By Katheryn Sullivan on May 24, 2019

Fluffy, your one-year-old Golden Retriever, is chasing a stick around your backyard. Slobber is flying everywhere, the two dogs next door are howling in jealousy, and you think to yourself, “Look at my sweet pup. He’s so happy.” Then, out of nowhere, you hear a yelp. Not a little I-saw-a-snake-and-got-a-little-spooked yelp—a big yelp. Fluffy is in pain. You run to his side and find that he can’t walk. You dial your veterinarian and try to remain calm. Three hours later, Fluffy is being treated for parvovirus.

Mindy, your five-year-old quarter horse, is galloping around the pasture behind the barn, stopping every few minutes to munch on some grass. You step outside into the sunlight, proud of your pasture and happy to see Mindy out and about. Pleased to see you, Mindy saunters in your direction. All of a sudden, you notice her stride is off—her front right leg seems to be moving differently than the rest. You call your veterinarian. Two days later, Mindy is being treated for lameness for the third time this year.

PHI isn’t for me. Are there other options?

  • Financing your pet’s healthcare through credit. There are financing programs specific to veterinary health care
    • CareCredit is a healthcare credit card with different financing options. The Hospitalis contracted through CareCredit to offer our clients a six-month, interest-free financing option. We also are able to offer extended financing from 24 to 60 months for larger charges. To apply for CareCredit, please contact them at (800)-677-0718 or online at carecredit.com
    • Chase Health Advance
  • Contact your veterinarian, or the veterinary clinic of which your pet is being seen, and see if they offer payment plans
  • Look into financial assistance programs. These are programs financed by grants and private donations to help those in financial need pay for their veterinary costs. Each program has its own requirements and guidelines.
  • Set up an emergency savings account for your pet
  • Ask a friend or family for donations
  • Start an online donation campaign

Your six-month-old tabby kitten, Pickle, just woke you up with a sweet little meeee-owww. She purrs in your ear, licks your nose, and nuzzles against your chin until you open your eyes. When you do, you realize her left eye is shut. You gently rub away the moisture around her eye and notice it’s very swollen. Unsure of what to do, you wrap her in a blanket, put her in her crate, and drive her to the nearest emergency veterinary clinic. An hour later, Pickle is on her third eye examination. You think to yourself, “How much is this going to cost?”

It’s no secret that companion animals can be unpredictable. From accidental injuries and unplanned toxicities to sudden illnesses, sometimes it seems like we spend more time focusing on—and paying for—the healthcare of our pets than we do for ourselves, not to mention, the worry we often experience associated with our pets and their health. We worry about how they’re feeling, what we’ll do if they get sick or injured, and how we’re going to pay the price it takes to make them better.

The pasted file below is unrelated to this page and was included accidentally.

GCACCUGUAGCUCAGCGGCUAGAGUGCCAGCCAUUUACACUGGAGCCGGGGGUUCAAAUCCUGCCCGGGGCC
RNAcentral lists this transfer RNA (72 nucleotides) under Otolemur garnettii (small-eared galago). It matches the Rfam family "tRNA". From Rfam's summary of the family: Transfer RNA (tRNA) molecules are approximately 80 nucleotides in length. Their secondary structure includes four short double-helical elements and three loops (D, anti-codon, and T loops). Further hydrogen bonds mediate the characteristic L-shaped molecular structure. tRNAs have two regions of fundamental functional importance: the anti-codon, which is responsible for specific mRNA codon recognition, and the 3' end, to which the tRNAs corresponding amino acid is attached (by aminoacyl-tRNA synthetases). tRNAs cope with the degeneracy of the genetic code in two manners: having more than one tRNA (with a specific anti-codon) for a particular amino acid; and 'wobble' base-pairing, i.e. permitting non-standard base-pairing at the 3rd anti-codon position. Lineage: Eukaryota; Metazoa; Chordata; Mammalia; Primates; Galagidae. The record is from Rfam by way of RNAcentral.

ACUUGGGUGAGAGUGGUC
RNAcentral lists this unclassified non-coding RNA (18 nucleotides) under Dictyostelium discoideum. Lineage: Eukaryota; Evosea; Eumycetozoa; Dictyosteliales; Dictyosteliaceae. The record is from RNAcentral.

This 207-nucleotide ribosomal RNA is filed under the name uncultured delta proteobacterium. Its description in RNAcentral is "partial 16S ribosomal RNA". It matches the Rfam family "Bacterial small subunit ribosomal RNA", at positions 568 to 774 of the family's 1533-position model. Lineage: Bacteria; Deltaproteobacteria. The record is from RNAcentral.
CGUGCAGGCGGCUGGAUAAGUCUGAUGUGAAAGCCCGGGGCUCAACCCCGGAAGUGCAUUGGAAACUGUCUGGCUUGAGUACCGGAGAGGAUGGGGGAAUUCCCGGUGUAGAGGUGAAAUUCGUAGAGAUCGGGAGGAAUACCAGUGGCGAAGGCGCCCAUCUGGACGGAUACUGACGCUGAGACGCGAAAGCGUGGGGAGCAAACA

When Fluffy, Mindy, or Pickle aren’t acting like themselves, there’s almost nothing we wouldn’t do to help them. That’s why pet health insurance plans exist. They cover our pet’s veterinary care in the case of an unexpected health problem, so we aren’t forced to choose between our pet’s health and our financial security. The goal is for them to help us by offsetting some or most of the costs of diagnosing, treating, and managing our pet’s illness or injury.

Is pet health insurance right for me and my pet(s)? Here’s what you need to know—and consider

Since pets are considered the legal property of their owners, pet health insurance is similar to car or homeowners insurance and falls under the Property and Casualty insurance classification. Pet Health Insurance (PHI) plans are similar to human health insurance plans; they usually require an annual deductible, the payment of a monthly premium, and involve filing a claim for benefits after the out-of-pocket costs are covered.

As a useful financial tool, PHI is designed to reimburse pet owners for unforeseen veterinary fees and related expenses; it’s offered in three different types of coverage—accident, illness, and wellness (also called routine or preventative care; it may include vaccinations, tests, and dental work). Some plans also may offer special coverage, such as third-party liability and out of state or country coverage, to name a few.

Just like human health insurance plans, it’s important to find the right fit for you and your pet, and there are a lot of things to consider. Do you want a plan that covers accidents, illnesses, or both? Do you want a plan for more than one pet? Are examination fees covered? Does the plan cover pets that aren't cats or dogs? Another important consideration is if the provider offers coverage for chronic illnesses (most plans don’t include this type of coverage or may limit coverage after your pet reaches a certain age).

Though there are several PHI options for pet owners, the industry still has a ways to go; currently, there aren’t any pet health insurance companies that cover the cost of pre-existing conditions, and very few cover wellness exams, routine care, cosmetic procedures, or dental visits unrelated to injuries.

Pet health insurance isn’t for everyone. While there’s no magic formula that will tell you what the best plan for you and your pet is, there are several resources available to help you make your decision, the first and most critical being your veterinarian. Your veterinarian can help advise you on what type of coverage you should look for, if you should look for any in the first place, and, per the American Veterinary Medical Association, what an acceptable PHI plan must have.